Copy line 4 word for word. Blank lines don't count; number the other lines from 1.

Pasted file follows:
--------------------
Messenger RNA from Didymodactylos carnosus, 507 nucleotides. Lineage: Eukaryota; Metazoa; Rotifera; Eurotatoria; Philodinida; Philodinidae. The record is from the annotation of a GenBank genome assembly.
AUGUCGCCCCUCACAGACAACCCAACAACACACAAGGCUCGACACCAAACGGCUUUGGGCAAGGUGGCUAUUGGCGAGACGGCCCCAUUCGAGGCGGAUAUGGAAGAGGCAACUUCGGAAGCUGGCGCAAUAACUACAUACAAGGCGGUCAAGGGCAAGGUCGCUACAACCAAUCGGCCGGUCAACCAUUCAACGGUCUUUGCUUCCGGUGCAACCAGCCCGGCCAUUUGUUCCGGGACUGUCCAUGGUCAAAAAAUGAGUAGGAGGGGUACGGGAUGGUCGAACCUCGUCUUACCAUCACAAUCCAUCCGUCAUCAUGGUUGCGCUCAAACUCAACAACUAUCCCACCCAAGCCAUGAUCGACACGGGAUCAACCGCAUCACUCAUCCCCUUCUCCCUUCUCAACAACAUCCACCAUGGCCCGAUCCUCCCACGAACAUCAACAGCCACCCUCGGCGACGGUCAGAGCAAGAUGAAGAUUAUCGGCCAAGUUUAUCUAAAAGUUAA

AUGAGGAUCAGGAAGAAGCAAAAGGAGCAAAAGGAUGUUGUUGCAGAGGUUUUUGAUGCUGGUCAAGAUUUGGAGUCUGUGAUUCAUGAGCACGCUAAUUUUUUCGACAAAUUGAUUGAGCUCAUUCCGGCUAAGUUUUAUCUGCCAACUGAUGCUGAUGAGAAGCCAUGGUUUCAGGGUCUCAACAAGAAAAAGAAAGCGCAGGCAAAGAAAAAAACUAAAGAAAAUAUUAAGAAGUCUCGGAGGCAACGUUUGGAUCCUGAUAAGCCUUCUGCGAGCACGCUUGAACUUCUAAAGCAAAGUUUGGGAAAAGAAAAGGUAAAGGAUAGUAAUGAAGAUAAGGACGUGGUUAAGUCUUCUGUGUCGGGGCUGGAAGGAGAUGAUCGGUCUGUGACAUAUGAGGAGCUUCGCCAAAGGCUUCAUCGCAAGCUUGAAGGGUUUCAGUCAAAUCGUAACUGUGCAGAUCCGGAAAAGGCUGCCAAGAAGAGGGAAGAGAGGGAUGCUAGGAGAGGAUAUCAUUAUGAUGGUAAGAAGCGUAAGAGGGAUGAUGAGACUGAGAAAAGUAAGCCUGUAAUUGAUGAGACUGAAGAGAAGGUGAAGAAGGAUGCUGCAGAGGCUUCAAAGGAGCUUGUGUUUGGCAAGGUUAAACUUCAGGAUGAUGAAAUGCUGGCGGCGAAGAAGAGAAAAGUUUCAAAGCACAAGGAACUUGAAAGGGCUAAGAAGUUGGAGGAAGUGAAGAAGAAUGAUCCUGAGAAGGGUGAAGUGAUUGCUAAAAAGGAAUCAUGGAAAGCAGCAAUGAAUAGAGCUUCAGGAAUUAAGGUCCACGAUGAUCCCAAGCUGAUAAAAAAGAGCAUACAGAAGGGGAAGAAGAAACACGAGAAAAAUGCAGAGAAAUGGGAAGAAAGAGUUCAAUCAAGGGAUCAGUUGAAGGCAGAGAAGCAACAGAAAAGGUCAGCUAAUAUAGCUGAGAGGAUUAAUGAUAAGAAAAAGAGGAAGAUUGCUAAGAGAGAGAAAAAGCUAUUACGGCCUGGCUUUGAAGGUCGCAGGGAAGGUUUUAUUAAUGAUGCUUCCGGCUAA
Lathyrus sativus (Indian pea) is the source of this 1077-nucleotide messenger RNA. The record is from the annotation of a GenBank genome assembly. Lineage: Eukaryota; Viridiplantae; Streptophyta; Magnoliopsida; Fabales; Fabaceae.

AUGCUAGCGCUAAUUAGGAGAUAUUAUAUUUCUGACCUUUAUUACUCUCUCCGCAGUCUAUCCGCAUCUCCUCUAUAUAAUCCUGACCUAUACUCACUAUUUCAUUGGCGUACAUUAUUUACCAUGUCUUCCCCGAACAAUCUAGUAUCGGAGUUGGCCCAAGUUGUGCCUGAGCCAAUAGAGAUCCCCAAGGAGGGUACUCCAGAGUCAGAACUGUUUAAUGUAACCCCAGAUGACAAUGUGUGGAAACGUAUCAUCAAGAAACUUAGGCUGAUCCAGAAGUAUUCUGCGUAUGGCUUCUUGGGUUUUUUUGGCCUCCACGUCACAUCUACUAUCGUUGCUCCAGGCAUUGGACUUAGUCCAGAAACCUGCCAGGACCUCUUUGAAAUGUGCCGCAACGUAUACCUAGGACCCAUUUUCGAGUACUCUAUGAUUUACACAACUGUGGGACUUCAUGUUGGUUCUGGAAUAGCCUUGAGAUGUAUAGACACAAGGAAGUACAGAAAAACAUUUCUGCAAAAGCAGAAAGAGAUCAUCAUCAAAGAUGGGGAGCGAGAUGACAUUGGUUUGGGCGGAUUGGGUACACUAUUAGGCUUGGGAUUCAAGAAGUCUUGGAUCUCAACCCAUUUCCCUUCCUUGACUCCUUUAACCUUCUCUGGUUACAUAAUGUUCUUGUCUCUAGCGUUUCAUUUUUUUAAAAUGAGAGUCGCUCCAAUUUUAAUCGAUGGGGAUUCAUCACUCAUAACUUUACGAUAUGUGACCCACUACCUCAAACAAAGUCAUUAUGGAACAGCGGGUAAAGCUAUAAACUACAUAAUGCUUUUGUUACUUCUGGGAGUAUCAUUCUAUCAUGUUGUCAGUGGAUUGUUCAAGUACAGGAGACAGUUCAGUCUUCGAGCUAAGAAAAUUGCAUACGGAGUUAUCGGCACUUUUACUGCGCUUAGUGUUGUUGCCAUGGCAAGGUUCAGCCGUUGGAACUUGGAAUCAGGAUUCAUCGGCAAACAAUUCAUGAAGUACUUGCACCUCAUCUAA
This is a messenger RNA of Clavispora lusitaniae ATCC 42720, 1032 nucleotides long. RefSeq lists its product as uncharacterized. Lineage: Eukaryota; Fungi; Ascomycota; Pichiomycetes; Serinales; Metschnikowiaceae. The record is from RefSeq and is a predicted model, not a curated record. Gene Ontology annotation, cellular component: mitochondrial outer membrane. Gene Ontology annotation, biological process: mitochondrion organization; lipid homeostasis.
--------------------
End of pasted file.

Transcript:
Lathyrus sativus (Indian pea) is the source of this 1077-nucleotide messenger RNA. The record is from the annotation of a GenBank genome assembly. Lineage: Eukaryota; Viridiplantae; Streptophyta; Magnoliopsida; Fabales; Fabaceae.